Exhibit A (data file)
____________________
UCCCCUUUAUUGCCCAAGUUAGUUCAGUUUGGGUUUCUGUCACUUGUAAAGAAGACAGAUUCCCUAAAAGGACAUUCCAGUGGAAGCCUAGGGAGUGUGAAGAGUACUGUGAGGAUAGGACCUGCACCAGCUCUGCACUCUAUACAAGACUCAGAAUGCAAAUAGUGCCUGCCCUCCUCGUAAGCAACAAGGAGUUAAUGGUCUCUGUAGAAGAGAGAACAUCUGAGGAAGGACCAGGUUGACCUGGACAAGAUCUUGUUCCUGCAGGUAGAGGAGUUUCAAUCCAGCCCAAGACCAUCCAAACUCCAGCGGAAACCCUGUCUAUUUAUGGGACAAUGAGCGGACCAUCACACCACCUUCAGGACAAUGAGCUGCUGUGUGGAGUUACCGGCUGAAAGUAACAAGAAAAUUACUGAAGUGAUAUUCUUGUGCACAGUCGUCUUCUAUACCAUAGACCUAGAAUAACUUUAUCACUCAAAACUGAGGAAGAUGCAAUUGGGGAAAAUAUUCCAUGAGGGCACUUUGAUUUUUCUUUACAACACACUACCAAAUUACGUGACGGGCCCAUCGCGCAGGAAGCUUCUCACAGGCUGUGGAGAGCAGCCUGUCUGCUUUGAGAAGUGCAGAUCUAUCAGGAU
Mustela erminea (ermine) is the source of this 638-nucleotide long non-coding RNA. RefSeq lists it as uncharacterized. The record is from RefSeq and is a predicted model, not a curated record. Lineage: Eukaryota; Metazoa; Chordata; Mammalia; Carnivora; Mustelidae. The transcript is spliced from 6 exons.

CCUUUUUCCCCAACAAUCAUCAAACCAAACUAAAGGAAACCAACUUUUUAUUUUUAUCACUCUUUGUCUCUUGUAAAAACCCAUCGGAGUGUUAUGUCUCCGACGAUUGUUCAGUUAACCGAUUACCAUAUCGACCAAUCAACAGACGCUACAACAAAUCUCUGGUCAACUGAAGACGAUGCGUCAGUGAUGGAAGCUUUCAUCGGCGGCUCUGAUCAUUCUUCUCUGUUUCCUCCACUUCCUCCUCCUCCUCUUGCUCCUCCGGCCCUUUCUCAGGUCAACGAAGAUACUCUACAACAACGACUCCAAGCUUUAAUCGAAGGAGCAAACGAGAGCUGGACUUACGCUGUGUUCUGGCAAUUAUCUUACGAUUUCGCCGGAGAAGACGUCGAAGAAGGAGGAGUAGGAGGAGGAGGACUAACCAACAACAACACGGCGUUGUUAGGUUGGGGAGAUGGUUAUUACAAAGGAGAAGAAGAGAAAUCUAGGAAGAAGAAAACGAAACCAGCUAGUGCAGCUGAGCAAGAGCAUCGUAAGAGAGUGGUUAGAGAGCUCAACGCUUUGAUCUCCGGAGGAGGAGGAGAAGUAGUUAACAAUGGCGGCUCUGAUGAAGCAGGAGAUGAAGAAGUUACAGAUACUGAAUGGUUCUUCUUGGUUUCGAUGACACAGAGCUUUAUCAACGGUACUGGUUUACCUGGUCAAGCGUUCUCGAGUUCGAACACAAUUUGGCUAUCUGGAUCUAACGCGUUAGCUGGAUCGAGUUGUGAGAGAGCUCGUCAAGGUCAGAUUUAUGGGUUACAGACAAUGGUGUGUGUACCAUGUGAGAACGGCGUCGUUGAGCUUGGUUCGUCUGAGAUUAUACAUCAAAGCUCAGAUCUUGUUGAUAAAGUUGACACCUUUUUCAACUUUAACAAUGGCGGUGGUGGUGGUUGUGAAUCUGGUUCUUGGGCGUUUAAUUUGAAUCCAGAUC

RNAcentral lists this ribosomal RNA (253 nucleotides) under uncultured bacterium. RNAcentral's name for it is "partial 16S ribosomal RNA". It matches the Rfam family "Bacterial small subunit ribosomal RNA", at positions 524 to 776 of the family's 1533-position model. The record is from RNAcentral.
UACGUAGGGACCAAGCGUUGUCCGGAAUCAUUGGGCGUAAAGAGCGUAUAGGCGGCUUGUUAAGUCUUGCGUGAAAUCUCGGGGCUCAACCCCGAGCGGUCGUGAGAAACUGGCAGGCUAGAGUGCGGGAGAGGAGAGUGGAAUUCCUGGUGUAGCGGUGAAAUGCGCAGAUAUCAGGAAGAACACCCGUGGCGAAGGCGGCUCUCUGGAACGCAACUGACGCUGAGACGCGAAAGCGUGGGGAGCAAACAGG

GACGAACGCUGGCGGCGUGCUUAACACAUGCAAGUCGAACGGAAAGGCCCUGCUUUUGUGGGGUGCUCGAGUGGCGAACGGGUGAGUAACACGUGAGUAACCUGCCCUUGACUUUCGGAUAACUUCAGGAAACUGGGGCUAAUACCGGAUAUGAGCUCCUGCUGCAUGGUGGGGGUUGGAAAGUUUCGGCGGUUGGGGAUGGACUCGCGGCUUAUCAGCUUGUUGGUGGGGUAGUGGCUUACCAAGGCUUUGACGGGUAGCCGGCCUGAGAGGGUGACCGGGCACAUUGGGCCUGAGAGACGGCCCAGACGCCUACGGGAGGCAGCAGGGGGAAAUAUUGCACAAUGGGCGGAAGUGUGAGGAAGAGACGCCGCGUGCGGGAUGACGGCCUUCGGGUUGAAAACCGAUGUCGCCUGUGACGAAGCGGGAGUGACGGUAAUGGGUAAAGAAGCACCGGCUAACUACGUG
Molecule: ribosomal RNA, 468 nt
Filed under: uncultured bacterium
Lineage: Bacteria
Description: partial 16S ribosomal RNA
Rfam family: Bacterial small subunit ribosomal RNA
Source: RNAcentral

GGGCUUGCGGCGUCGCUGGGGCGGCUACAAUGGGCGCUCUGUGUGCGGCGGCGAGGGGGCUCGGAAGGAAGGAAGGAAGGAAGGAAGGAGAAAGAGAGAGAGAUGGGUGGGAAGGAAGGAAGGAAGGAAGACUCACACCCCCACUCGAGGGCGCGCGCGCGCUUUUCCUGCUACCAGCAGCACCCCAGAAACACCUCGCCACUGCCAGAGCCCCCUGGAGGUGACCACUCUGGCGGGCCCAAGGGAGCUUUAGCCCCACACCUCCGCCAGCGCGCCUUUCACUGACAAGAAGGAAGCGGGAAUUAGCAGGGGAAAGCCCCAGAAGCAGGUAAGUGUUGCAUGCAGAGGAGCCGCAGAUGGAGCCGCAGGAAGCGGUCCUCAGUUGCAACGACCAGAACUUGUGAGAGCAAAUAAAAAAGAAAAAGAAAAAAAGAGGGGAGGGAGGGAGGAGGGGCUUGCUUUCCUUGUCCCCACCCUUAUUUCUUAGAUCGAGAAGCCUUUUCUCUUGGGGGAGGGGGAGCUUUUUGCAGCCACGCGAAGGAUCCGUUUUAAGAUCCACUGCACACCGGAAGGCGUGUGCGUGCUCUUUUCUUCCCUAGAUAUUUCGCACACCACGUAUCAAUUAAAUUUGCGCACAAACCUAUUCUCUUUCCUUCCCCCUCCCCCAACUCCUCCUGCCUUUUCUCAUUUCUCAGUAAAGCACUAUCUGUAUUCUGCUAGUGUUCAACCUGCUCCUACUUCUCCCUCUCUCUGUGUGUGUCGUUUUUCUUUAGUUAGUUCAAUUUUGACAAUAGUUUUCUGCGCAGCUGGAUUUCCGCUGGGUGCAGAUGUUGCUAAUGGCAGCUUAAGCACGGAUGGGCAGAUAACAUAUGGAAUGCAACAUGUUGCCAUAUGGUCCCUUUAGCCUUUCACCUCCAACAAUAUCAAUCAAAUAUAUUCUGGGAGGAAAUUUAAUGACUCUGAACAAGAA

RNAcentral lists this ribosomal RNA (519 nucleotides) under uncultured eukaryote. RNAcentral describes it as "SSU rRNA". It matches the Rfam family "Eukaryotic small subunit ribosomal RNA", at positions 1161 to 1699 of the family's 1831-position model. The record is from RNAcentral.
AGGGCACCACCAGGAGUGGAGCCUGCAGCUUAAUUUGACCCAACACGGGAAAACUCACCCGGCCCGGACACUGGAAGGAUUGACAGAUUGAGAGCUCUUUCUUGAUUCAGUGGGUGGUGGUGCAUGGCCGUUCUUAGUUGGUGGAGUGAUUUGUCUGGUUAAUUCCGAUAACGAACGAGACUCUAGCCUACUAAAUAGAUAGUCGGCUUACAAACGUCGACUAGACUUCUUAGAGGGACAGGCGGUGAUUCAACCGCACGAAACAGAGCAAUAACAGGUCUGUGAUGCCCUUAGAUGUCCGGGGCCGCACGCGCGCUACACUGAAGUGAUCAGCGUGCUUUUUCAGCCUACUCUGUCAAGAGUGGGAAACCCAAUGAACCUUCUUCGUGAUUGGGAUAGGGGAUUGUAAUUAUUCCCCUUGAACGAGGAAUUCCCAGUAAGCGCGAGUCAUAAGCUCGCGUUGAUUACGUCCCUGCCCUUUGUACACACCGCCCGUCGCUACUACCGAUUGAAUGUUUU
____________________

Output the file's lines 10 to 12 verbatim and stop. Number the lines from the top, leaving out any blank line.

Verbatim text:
Description: partial 16S ribosomal RNA
Rfam family: Bacterial small subunit ribosomal RNA
Source: RNAcentral